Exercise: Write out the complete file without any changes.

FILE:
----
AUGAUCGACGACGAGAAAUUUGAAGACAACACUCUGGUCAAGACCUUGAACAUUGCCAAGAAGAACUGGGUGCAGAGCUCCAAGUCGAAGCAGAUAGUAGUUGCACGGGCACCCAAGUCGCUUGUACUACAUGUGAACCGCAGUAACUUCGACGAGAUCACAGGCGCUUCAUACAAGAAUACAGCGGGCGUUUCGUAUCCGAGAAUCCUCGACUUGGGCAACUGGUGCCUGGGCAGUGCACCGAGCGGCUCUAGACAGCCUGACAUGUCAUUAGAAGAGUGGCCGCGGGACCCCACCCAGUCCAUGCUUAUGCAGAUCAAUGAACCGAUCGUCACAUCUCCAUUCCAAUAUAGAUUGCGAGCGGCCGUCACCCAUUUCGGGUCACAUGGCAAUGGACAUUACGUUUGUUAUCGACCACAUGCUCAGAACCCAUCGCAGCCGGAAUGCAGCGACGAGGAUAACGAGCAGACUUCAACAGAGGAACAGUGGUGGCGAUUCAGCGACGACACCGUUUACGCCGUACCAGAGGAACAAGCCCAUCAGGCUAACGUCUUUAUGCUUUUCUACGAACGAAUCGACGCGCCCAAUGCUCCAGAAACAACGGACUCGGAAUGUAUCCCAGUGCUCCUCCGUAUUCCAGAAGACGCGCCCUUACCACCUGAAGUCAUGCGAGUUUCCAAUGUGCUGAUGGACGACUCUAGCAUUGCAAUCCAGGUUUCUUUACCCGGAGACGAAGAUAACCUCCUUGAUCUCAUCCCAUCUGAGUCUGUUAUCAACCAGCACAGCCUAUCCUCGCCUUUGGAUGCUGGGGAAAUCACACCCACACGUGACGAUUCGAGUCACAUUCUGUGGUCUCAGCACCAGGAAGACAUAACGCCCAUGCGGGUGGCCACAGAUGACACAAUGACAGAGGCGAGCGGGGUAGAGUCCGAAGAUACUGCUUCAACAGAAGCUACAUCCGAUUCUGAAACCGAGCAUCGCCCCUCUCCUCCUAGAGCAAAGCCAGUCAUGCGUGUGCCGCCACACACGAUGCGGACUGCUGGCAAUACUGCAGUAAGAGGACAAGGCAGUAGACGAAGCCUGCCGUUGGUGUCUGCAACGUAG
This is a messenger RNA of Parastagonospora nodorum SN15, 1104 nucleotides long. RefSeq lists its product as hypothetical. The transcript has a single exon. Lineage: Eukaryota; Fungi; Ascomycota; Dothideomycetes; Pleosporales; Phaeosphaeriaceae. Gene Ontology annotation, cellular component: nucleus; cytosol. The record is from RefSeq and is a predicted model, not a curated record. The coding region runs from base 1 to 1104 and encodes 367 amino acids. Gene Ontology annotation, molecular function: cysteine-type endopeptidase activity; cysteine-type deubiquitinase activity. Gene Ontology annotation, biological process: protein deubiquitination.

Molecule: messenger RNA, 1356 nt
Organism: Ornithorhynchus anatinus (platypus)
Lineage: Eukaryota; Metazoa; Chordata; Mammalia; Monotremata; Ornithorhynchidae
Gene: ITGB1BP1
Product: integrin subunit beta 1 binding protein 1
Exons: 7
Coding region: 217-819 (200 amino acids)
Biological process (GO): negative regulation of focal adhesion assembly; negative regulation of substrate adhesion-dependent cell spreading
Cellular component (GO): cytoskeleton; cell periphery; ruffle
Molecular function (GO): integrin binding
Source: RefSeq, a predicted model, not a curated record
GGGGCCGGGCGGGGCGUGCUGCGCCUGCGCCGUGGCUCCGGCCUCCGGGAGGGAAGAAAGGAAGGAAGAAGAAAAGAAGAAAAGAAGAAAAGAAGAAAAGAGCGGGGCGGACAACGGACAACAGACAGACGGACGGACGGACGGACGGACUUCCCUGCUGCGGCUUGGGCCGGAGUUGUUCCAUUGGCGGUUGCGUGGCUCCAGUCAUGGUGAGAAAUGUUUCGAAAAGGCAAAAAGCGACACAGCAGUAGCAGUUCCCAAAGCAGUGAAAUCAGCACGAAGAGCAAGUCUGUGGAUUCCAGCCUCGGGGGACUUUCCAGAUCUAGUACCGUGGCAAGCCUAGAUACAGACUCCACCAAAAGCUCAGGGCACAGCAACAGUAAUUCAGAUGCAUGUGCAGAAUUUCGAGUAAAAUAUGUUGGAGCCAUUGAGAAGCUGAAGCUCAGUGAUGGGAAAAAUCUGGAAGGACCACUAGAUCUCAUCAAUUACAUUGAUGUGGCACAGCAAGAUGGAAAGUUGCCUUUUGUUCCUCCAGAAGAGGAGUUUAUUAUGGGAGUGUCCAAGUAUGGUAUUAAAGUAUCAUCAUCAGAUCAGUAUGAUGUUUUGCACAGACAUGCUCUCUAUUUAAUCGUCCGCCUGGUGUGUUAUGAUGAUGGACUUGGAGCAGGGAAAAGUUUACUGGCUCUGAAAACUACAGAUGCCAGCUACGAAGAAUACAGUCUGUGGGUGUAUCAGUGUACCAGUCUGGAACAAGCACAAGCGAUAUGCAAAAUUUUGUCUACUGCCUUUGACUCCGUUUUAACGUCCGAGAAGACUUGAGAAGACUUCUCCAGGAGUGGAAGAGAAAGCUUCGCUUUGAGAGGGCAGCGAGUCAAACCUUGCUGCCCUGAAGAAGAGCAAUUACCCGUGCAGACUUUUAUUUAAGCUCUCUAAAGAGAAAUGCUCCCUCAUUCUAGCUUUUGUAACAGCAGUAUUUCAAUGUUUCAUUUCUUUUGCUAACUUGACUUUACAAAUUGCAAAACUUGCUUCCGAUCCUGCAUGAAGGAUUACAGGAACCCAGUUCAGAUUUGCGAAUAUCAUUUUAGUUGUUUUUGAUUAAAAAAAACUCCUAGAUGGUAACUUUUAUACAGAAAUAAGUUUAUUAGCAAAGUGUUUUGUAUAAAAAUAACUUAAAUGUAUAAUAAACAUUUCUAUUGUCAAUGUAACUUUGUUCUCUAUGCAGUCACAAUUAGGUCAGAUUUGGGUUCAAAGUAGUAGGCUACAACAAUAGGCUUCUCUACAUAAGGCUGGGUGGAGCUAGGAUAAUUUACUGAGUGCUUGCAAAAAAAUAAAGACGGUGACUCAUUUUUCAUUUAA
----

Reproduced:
AUGAUCGACGACGAGAAAUUUGAAGACAACACUCUGGUCAAGACCUUGAACAUUGCCAAGAAGAACUGGGUGCAGAGCUCCAAGUCGAAGCAGAUAGUAGUUGCACGGGCACCCAAGUCGCUUGUACUACAUGUGAACCGCAGUAACUUCGACGAGAUCACAGGCGCUUCAUACAAGAAUACAGCGGGCGUUUCGUAUCCGAGAAUCCUCGACUUGGGCAACUGGUGCCUGGGCAGUGCACCGAGCGGCUCUAGACAGCCUGACAUGUCAUUAGAAGAGUGGCCGCGGGACCCCACCCAGUCCAUGCUUAUGCAGAUCAAUGAACCGAUCGUCACAUCUCCAUUCCAAUAUAGAUUGCGAGCGGCCGUCACCCAUUUCGGGUCACAUGGCAAUGGACAUUACGUUUGUUAUCGACCACAUGCUCAGAACCCAUCGCAGCCGGAAUGCAGCGACGAGGAUAACGAGCAGACUUCAACAGAGGAACAGUGGUGGCGAUUCAGCGACGACACCGUUUACGCCGUACCAGAGGAACAAGCCCAUCAGGCUAACGUCUUUAUGCUUUUCUACGAACGAAUCGACGCGCCCAAUGCUCCAGAAACAACGGACUCGGAAUGUAUCCCAGUGCUCCUCCGUAUUCCAGAAGACGCGCCCUUACCACCUGAAGUCAUGCGAGUUUCCAAUGUGCUGAUGGACGACUCUAGCAUUGCAAUCCAGGUUUCUUUACCCGGAGACGAAGAUAACCUCCUUGAUCUCAUCCCAUCUGAGUCUGUUAUCAACCAGCACAGCCUAUCCUCGCCUUUGGAUGCUGGGGAAAUCACACCCACACGUGACGAUUCGAGUCACAUUCUGUGGUCUCAGCACCAGGAAGACAUAACGCCCAUGCGGGUGGCCACAGAUGACACAAUGACAGAGGCGAGCGGGGUAGAGUCCGAAGAUACUGCUUCAACAGAAGCUACAUCCGAUUCUGAAACCGAGCAUCGCCCCUCUCCUCCUAGAGCAAAGCCAGUCAUGCGUGUGCCGCCACACACGAUGCGGACUGCUGGCAAUACUGCAGUAAGAGGACAAGGCAGUAGACGAAGCCUGCCGUUGGUGUCUGCAACGUAG
This is a messenger RNA of Parastagonospora nodorum SN15, 1104 nucleotides long. RefSeq lists its product as hypothetical. The transcript has a single exon. Lineage: Eukaryota; Fungi; Ascomycota; Dothideomycetes; Pleosporales; Phaeosphaeriaceae. Gene Ontology annotation, cellular component: nucleus; cytosol. The record is from RefSeq and is a predicted model, not a curated record. The coding region runs from base 1 to 1104 and encodes 367 amino acids. Gene Ontology annotation, molecular function: cysteine-type endopeptidase activity; cysteine-type deubiquitinase activity. Gene Ontology annotation, biological process: protein deubiquitination.

Molecule: messenger RNA, 1356 nt
Organism: Ornithorhynchus anatinus (platypus)
Lineage: Eukaryota; Metazoa; Chordata; Mammalia; Monotremata; Ornithorhynchidae
Gene: ITGB1BP1
Product: integrin subunit beta 1 binding protein 1
Exons: 7
Coding region: 217-819 (200 amino acids)
Biological process (GO): negative regulation of focal adhesion assembly; negative regulation of substrate adhesion-dependent cell spreading
Cellular component (GO): cytoskeleton; cell periphery; ruffle
Molecular function (GO): integrin binding
Source: RefSeq, a predicted model, not a curated record
GGGGCCGGGCGGGGCGUGCUGCGCCUGCGCCGUGGCUCCGGCCUCCGGGAGGGAAGAAAGGAAGGAAGAAGAAAAGAAGAAAAGAAGAAAAGAAGAAAAGAGCGGGGCGGACAACGGACAACAGACAGACGGACGGACGGACGGACGGACUUCCCUGCUGCGGCUUGGGCCGGAGUUGUUCCAUUGGCGGUUGCGUGGCUCCAGUCAUGGUGAGAAAUGUUUCGAAAAGGCAAAAAGCGACACAGCAGUAGCAGUUCCCAAAGCAGUGAAAUCAGCACGAAGAGCAAGUCUGUGGAUUCCAGCCUCGGGGGACUUUCCAGAUCUAGUACCGUGGCAAGCCUAGAUACAGACUCCACCAAAAGCUCAGGGCACAGCAACAGUAAUUCAGAUGCAUGUGCAGAAUUUCGAGUAAAAUAUGUUGGAGCCAUUGAGAAGCUGAAGCUCAGUGAUGGGAAAAAUCUGGAAGGACCACUAGAUCUCAUCAAUUACAUUGAUGUGGCACAGCAAGAUGGAAAGUUGCCUUUUGUUCCUCCAGAAGAGGAGUUUAUUAUGGGAGUGUCCAAGUAUGGUAUUAAAGUAUCAUCAUCAGAUCAGUAUGAUGUUUUGCACAGACAUGCUCUCUAUUUAAUCGUCCGCCUGGUGUGUUAUGAUGAUGGACUUGGAGCAGGGAAAAGUUUACUGGCUCUGAAAACUACAGAUGCCAGCUACGAAGAAUACAGUCUGUGGGUGUAUCAGUGUACCAGUCUGGAACAAGCACAAGCGAUAUGCAAAAUUUUGUCUACUGCCUUUGACUCCGUUUUAACGUCCGAGAAGACUUGAGAAGACUUCUCCAGGAGUGGAAGAGAAAGCUUCGCUUUGAGAGGGCAGCGAGUCAAACCUUGCUGCCCUGAAGAAGAGCAAUUACCCGUGCAGACUUUUAUUUAAGCUCUCUAAAGAGAAAUGCUCCCUCAUUCUAGCUUUUGUAACAGCAGUAUUUCAAUGUUUCAUUUCUUUUGCUAACUUGACUUUACAAAUUGCAAAACUUGCUUCCGAUCCUGCAUGAAGGAUUACAGGAACCCAGUUCAGAUUUGCGAAUAUCAUUUUAGUUGUUUUUGAUUAAAAAAAACUCCUAGAUGGUAACUUUUAUACAGAAAUAAGUUUAUUAGCAAAGUGUUUUGUAUAAAAAUAACUUAAAUGUAUAAUAAACAUUUCUAUUGUCAAUGUAACUUUGUUCUCUAUGCAGUCACAAUUAGGUCAGAUUUGGGUUCAAAGUAGUAGGCUACAACAAUAGGCUUCUCUACAUAAGGCUGGGUGGAGCUAGGAUAAUUUACUGAGUGCUUGCAAAAAAAUAAAGACGGUGACUCAUUUUUCAUUUAA